Wednesday, August 19, 2015

Comic Books Uncovered

I'm still on the mend and what better way to spend that time than reading comic books.  I wrote about the comic book find I made at a garage sale a few weeks back.  The comics were ten cents each and the vast majority were coverless.  But for 10 cents, I wasn't ashamed to pick up a bunch of the orphaned adventures. While collectors call them worthless, I'm here to defend the lowly coverless comic book.

No cover means no false allusions as to what takes place in the book itself.  Most of the scenes on comic book covers never happened in the interior anyway.

No cover means you jump right into the action, no wasted time flipping the cover page.

No cover means no worries if you spill chocolate milk on it.

No cover means I have no problems leaving them in the bathroom hoping my kids will latch onto one and become a fan.

Usually, the first splash page acts as a second cover, reiterating what happens (or doesn't happen) within the comic.

You still get to enjoy art by some of the greats including Don Heck, Stan Goldberg, and Dick Ayers.

And as always, there's the ads.

Convenient placement of seaweed there, Jimmy.

Uh, perhaps you shouldn't be exposing a guided missile to an open flame, Jim.

Tough break, Supes.

Well, Jimmy, at least you didn't get into the "Ron Jeremy" Serum.

Millie the Model with art by Stan Goldberg.

Man, Betty is totally strung out in that first panel.

Betty has a bit of the "thumb toe" going here.

Apparently, Archie capitalized (and acronymed) on the "Man from U.N.C.L.E." craze of the mid '60's.  "Let's get Pop Tate!"  Sorry, Archie, looks like somebody already "got" him.

Given the style of the Archie art above, I'm guessing this Bendix ad had been running since the '50's.

I remember ordering one of those comic book back issue lists when I was a kid.  Not having a comic shop around me, the prospect of access to old comics was intriguing.  I never did order anything though.


I always wanted this record when I was a kid.  As it turns out, the ad was cooler than the record.

Fall 1969 CBS Saturday Morning Lineup

 This was Scooby's inaugural season.

I guess they were showing "Monkees" reruns and promoting them as something new.  I wonder what the "new" songs were.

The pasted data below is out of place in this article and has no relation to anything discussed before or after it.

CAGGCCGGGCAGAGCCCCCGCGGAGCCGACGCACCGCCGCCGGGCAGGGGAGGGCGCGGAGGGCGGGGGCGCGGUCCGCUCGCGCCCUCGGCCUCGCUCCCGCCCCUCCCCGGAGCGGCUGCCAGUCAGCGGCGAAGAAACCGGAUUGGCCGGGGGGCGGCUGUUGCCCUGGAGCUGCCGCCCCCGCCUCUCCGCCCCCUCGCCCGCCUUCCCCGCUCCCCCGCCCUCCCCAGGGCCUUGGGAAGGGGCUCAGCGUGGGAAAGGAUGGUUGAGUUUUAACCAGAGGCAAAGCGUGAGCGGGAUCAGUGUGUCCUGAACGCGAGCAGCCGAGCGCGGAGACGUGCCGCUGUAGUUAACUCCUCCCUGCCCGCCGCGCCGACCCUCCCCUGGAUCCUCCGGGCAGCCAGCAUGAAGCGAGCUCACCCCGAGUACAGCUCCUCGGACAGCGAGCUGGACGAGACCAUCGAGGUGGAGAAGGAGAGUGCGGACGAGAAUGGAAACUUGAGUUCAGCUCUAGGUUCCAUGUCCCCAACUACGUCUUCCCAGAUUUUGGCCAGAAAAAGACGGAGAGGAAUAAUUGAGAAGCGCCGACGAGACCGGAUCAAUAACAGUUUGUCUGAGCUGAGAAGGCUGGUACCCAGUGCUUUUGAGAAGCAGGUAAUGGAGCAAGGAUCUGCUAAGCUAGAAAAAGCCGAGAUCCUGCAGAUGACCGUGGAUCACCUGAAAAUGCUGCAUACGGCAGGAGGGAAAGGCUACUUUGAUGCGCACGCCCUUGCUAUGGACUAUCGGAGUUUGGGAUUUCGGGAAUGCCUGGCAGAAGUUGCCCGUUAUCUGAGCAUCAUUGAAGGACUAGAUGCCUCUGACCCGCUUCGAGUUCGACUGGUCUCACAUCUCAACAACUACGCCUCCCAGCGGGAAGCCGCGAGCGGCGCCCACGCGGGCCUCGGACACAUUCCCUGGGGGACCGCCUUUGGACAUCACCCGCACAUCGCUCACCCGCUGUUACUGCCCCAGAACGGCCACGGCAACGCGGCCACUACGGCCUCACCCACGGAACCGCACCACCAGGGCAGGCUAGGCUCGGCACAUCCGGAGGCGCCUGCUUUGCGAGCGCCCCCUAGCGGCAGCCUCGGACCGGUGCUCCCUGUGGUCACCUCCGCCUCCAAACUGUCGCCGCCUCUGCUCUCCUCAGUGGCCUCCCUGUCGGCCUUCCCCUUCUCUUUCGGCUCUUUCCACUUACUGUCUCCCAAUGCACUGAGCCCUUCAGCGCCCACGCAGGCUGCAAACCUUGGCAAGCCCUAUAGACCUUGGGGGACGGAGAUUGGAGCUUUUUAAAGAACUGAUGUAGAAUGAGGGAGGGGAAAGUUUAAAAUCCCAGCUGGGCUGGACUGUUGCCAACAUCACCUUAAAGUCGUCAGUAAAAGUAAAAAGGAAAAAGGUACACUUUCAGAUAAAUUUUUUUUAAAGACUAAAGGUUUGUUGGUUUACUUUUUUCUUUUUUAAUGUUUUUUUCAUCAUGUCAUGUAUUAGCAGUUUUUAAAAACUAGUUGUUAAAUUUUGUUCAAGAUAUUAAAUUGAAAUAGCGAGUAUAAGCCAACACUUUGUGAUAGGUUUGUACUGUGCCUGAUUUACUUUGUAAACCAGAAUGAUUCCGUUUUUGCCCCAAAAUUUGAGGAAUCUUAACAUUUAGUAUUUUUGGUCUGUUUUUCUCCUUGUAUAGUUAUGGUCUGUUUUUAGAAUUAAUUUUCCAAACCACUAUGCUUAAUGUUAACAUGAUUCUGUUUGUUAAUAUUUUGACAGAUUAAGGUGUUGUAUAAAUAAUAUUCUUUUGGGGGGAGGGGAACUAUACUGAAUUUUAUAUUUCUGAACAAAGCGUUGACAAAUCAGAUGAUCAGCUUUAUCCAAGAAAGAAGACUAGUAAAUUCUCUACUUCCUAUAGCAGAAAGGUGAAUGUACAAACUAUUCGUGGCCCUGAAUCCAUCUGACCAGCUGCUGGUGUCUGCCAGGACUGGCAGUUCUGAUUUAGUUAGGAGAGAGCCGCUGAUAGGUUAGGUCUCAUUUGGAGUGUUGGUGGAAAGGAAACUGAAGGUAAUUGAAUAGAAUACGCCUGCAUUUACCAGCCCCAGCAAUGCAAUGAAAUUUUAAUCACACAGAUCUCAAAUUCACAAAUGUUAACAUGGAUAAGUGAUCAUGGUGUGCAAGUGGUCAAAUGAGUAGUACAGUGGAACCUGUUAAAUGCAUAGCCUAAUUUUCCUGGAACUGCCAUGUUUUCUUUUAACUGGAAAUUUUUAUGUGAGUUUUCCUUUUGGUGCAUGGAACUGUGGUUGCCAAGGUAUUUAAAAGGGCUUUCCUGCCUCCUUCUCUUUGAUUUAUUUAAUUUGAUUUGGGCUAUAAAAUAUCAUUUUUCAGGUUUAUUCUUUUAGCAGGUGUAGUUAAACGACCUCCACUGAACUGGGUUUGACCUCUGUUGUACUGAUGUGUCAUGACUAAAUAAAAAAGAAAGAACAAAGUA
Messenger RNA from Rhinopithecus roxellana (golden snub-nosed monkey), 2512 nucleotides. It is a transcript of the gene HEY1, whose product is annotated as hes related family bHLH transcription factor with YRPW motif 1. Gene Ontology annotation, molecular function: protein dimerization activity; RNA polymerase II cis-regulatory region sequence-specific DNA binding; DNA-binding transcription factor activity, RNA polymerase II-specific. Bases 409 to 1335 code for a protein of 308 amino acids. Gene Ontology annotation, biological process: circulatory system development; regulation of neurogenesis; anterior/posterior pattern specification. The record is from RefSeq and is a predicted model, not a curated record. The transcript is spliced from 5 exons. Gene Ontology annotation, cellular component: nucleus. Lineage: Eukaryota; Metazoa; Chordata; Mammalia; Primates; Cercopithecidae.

I'm guessing the "bippie" was riding on the popular "Laugh In" expression, "You bet your sweet bippie!"

"Big Jim" was Mattel's answer to "G.I. Joe" because "Ken" sure wasn't.


  1. All very awesome and well worth the money. I used to love the time spent browsing the spinner rack to decide on one comic book. Good memories. And great scans here! Hope you are mending well and that it is not too serious!

    1. Thanks Joe. I have a soft spot for comic book spinner racks as well. Mine was in the Rexall Drugstore. I'm on the mend, but it will still be a bit before I'm 100%.

  2. Great blog!
    If you're not aware, comic sellers would send the cover of unsold books back to their wholesaler for credit.

  3. Thanks, Guy. I did know that, but had forgotten about it. That's a good point. Given the volume of coverless comics at that sale, it's very possible that was the source.

  4. I guess they were showing "Monkees" reruns and promoting them as something new.  I wonder what the "new" songs were.

    That's pretty much it. The music for the "romps" were replaced with songs from the group's then-current albums.

    Songs used from "The Monkees Present" (1969):
    *"Little Girl"
    *"Good Clean Fun"
    *"If I Knew"
    *"Bye Bye Baby Bye Bye"
    *"Looking for the Good Times"
    *"Listen to the Band"
    *"French Song"
    *"Oklahoma Backroom Dancer"

    Songs used from "Changes"(1970):
    *"Oh My My"
    *"Ticket on a Ferry Ride"
    *"Acapulco Sun"
    *"99 Pounds"
    *"Tell Me Love"
    *"Do You Feel it Too?"
    *"I Love You Better"
    *"All Alone in the Dark"
    *"Midnight Train"
    *I Never Thought it Peculiar"

    1. I'm a Monkees' fan, but I don't recognize any of those songs. Maybe I'm not a big enough fan. Thanks for the info, James!


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